Sometimes, ideas can persist for years after their economic justification has vanished. For example, staff bonuses in finance were sensible in an era when partners in stockbrokers and merchant banks needed them to stabilise their incomes, but they became dangerous when they incentivised risk-taking. And fiscal austerity was defensible in an era of high interest rates, but is less so in a world of negative rates and a safe asset shortage.
The same might now to be true of companies’ attitudes to inventories. Supply disruptions caused by a lack of parts or difficulties in finding HGV drivers highlight the dangers of having low inventories.
But how did we get here? Part of the story is that from the 1980s onwards, information technology allowed firms to better control stocks, giving rise to just-in-time production. IT, however, was only an enabler. There were two economic forces behind the long-term fall in inventories.
One was reduced economic uncertainty. In the 1970s and 1980s companies needed big inventories so they could fulfil orders if they were hit by strikes or if they got some unexpected orders. As economies became less volatile and strike-prone, however, the need for precautionary stocks of parts or finished goods declined.
The other was high interest rates. A full warehouse often means an empty bank balance or a big overdraft. When interest rates are high, therefore, companies have a big reason to cut inventories in order to reduce expensive borrowing.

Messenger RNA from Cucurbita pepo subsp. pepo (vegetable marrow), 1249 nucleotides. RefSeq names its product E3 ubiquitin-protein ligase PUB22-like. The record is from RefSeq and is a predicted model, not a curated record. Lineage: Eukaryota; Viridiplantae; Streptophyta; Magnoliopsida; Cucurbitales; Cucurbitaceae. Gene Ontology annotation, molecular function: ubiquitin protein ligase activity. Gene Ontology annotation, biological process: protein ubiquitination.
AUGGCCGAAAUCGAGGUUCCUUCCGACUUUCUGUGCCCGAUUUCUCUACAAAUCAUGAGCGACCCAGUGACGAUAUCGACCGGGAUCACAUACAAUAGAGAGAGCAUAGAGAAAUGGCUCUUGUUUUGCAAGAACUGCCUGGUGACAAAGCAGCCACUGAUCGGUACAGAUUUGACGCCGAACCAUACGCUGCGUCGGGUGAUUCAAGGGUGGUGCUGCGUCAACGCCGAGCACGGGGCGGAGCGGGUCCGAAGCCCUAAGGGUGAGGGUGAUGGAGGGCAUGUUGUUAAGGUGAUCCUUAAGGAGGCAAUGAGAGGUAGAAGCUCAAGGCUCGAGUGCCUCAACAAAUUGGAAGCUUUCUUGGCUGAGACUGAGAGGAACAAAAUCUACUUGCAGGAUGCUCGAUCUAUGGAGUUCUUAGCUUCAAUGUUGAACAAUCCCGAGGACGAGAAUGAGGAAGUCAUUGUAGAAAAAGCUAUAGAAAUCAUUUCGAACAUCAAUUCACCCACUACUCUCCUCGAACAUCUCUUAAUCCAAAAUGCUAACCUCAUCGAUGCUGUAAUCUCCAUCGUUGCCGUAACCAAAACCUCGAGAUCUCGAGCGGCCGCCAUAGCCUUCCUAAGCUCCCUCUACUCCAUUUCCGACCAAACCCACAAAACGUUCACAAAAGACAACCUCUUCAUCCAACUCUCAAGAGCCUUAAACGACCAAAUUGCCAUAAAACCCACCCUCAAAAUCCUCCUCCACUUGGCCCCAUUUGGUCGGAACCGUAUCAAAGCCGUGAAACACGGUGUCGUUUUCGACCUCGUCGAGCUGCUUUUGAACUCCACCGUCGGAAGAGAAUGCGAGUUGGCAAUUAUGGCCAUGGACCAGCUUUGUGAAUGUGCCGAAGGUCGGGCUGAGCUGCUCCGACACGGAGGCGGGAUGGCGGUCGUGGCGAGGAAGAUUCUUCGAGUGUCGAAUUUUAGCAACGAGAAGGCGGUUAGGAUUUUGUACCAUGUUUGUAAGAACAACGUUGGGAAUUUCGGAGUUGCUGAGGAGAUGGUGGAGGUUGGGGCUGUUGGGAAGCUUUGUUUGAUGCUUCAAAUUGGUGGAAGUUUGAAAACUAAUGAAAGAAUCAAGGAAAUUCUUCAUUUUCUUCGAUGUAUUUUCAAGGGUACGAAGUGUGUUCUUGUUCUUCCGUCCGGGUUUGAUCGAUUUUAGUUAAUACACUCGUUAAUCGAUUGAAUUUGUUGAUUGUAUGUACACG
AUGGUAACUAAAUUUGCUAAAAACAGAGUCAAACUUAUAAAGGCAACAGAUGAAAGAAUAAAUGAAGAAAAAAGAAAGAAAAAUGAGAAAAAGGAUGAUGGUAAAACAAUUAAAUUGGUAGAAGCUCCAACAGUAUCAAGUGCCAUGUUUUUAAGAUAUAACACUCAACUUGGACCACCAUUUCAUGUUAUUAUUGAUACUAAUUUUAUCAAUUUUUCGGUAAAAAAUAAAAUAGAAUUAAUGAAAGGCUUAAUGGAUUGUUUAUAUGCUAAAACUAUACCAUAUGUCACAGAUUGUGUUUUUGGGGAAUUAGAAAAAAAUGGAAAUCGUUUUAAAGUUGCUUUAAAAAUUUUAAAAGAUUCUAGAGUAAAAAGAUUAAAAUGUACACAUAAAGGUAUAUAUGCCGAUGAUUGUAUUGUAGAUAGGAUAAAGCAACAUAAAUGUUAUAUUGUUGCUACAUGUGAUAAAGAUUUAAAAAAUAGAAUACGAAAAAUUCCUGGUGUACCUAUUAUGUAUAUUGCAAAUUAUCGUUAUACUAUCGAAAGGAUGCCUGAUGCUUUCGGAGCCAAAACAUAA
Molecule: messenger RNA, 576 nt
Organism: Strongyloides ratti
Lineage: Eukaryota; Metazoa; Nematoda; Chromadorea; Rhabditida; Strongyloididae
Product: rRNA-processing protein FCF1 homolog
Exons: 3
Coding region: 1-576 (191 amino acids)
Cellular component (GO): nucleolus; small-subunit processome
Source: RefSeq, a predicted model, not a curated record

These two forces contributed to a long-term fall in companies’ stockholdings. ONS data suggest that in the 1970s total inventories of materials, parts and unsold goods were equivalent to over 10 months of GDP. By 2013, they had dropped to under four months. A similar trend occurred around the world. Back in the 1970s and 1980s, economists fretted about the inventory cycle because it was a big cause of macroeconomic fluctuations. In recent years, nobody has much bothered with it.
Until now. Although the drive to cut inventories was sensible years ago, it is now no longer so.
Thanks in part to Covid-induced production shutdowns last year, shortages of parts are holding up production: companies are unable to make and sell £30,000 cars, for example, for want of £400-worth of semiconductors. Lack of inventories, however, doesn’t just mean lost or delayed sales. It also adds to costs of production: if you cannot meet new orders from inventory you often need to retool production from order to order, adding to costs and delays.
The volatility and uncertainty created by the pandemic have therefore shown the dangers of keeping inventories low. It means being less resilient to variations in supply and demand, leading to shortages and higher costs and prices.
At the same time, the benefits of low inventories are lower now than they used to be. At negative real interest rates, the bigger bank balances resulting from low stocks are of less use than they were in the 1980s.
In truth, companies had begun to realise all this before the pandemic. In the UK and US, inventories were rising relative to sales from the early 2010s onwards. That’s just what we’d expect to see when interest rates were low and uncertainty higher.
The current shortages might well cause firms to resume that trend, when they are able. That would mean that output would grow faster than demand. It would also mean a trend away from relying upon the logistics industry, and towards suppliers of warehouse space. In this respect, we’re going back towards the 1970s.